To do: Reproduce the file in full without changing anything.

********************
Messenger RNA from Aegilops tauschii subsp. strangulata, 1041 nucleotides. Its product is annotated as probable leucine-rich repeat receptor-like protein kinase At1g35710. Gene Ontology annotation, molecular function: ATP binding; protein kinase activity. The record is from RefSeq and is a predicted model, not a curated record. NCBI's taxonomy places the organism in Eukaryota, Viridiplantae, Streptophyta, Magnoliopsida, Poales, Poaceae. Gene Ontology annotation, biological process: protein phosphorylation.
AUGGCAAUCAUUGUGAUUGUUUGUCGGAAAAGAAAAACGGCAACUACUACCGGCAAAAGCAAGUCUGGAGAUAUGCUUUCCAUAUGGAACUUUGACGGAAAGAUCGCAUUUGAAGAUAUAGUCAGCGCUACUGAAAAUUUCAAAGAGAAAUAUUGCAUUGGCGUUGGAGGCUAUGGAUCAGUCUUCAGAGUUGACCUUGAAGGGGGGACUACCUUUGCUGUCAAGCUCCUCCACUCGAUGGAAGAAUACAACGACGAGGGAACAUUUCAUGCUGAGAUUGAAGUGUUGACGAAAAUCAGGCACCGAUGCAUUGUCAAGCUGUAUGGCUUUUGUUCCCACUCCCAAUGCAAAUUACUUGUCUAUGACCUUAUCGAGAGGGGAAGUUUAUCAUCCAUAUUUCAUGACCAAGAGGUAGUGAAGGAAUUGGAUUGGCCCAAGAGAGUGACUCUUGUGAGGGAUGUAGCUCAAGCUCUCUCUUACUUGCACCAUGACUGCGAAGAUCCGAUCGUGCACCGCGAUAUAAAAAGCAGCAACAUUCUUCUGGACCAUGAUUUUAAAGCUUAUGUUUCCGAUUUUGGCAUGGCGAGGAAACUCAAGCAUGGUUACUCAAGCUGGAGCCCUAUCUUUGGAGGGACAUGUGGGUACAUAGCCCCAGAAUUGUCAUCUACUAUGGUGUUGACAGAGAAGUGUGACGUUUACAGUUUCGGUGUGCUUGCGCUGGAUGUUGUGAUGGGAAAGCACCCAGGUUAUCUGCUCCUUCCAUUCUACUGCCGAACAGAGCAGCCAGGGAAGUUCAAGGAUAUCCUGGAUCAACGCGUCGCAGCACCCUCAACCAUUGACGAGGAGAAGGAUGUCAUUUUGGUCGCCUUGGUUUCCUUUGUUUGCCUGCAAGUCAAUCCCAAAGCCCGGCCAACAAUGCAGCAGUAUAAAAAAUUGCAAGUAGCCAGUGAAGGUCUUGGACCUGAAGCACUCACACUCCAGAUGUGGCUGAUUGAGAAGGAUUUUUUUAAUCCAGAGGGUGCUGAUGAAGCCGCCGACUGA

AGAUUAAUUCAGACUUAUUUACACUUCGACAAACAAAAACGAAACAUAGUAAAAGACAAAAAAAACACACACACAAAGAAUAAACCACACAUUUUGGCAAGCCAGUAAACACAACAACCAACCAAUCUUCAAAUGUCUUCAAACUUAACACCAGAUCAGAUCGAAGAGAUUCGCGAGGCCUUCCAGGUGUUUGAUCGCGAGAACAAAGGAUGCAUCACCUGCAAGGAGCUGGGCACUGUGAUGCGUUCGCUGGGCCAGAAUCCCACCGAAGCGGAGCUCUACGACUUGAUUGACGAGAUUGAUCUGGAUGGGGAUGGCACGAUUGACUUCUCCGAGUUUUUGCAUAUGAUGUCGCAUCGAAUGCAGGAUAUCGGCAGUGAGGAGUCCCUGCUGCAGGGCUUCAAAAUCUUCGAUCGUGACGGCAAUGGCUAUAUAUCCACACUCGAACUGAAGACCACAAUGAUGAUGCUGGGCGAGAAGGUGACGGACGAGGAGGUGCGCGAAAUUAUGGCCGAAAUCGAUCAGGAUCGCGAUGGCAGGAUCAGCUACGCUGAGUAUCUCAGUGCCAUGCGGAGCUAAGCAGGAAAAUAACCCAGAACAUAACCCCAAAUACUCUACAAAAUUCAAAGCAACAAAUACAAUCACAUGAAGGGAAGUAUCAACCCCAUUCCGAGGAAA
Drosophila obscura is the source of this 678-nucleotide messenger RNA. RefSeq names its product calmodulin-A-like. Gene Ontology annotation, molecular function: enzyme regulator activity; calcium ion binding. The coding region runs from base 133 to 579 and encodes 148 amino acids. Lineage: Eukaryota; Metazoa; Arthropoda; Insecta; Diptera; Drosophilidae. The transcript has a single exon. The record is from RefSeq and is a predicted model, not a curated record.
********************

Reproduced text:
Messenger RNA from Aegilops tauschii subsp. strangulata, 1041 nucleotides. Its product is annotated as probable leucine-rich repeat receptor-like protein kinase At1g35710. Gene Ontology annotation, molecular function: ATP binding; protein kinase activity. The record is from RefSeq and is a predicted model, not a curated record. NCBI's taxonomy places the organism in Eukaryota, Viridiplantae, Streptophyta, Magnoliopsida, Poales, Poaceae. Gene Ontology annotation, biological process: protein phosphorylation.
AUGGCAAUCAUUGUGAUUGUUUGUCGGAAAAGAAAAACGGCAACUACUACCGGCAAAAGCAAGUCUGGAGAUAUGCUUUCCAUAUGGAACUUUGACGGAAAGAUCGCAUUUGAAGAUAUAGUCAGCGCUACUGAAAAUUUCAAAGAGAAAUAUUGCAUUGGCGUUGGAGGCUAUGGAUCAGUCUUCAGAGUUGACCUUGAAGGGGGGACUACCUUUGCUGUCAAGCUCCUCCACUCGAUGGAAGAAUACAACGACGAGGGAACAUUUCAUGCUGAGAUUGAAGUGUUGACGAAAAUCAGGCACCGAUGCAUUGUCAAGCUGUAUGGCUUUUGUUCCCACUCCCAAUGCAAAUUACUUGUCUAUGACCUUAUCGAGAGGGGAAGUUUAUCAUCCAUAUUUCAUGACCAAGAGGUAGUGAAGGAAUUGGAUUGGCCCAAGAGAGUGACUCUUGUGAGGGAUGUAGCUCAAGCUCUCUCUUACUUGCACCAUGACUGCGAAGAUCCGAUCGUGCACCGCGAUAUAAAAAGCAGCAACAUUCUUCUGGACCAUGAUUUUAAAGCUUAUGUUUCCGAUUUUGGCAUGGCGAGGAAACUCAAGCAUGGUUACUCAAGCUGGAGCCCUAUCUUUGGAGGGACAUGUGGGUACAUAGCCCCAGAAUUGUCAUCUACUAUGGUGUUGACAGAGAAGUGUGACGUUUACAGUUUCGGUGUGCUUGCGCUGGAUGUUGUGAUGGGAAAGCACCCAGGUUAUCUGCUCCUUCCAUUCUACUGCCGAACAGAGCAGCCAGGGAAGUUCAAGGAUAUCCUGGAUCAACGCGUCGCAGCACCCUCAACCAUUGACGAGGAGAAGGAUGUCAUUUUGGUCGCCUUGGUUUCCUUUGUUUGCCUGCAAGUCAAUCCCAAAGCCCGGCCAACAAUGCAGCAGUAUAAAAAAUUGCAAGUAGCCAGUGAAGGUCUUGGACCUGAAGCACUCACACUCCAGAUGUGGCUGAUUGAGAAGGAUUUUUUUAAUCCAGAGGGUGCUGAUGAAGCCGCCGACUGA

AGAUUAAUUCAGACUUAUUUACACUUCGACAAACAAAAACGAAACAUAGUAAAAGACAAAAAAAACACACACACAAAGAAUAAACCACACAUUUUGGCAAGCCAGUAAACACAACAACCAACCAAUCUUCAAAUGUCUUCAAACUUAACACCAGAUCAGAUCGAAGAGAUUCGCGAGGCCUUCCAGGUGUUUGAUCGCGAGAACAAAGGAUGCAUCACCUGCAAGGAGCUGGGCACUGUGAUGCGUUCGCUGGGCCAGAAUCCCACCGAAGCGGAGCUCUACGACUUGAUUGACGAGAUUGAUCUGGAUGGGGAUGGCACGAUUGACUUCUCCGAGUUUUUGCAUAUGAUGUCGCAUCGAAUGCAGGAUAUCGGCAGUGAGGAGUCCCUGCUGCAGGGCUUCAAAAUCUUCGAUCGUGACGGCAAUGGCUAUAUAUCCACACUCGAACUGAAGACCACAAUGAUGAUGCUGGGCGAGAAGGUGACGGACGAGGAGGUGCGCGAAAUUAUGGCCGAAAUCGAUCAGGAUCGCGAUGGCAGGAUCAGCUACGCUGAGUAUCUCAGUGCCAUGCGGAGCUAAGCAGGAAAAUAACCCAGAACAUAACCCCAAAUACUCUACAAAAUUCAAAGCAACAAAUACAAUCACAUGAAGGGAAGUAUCAACCCCAUUCCGAGGAAA
Drosophila obscura is the source of this 678-nucleotide messenger RNA. RefSeq names its product calmodulin-A-like. Gene Ontology annotation, molecular function: enzyme regulator activity; calcium ion binding. The coding region runs from base 133 to 579 and encodes 148 amino acids. Lineage: Eukaryota; Metazoa; Arthropoda; Insecta; Diptera; Drosophilidae. The transcript has a single exon. The record is from RefSeq and is a predicted model, not a curated record.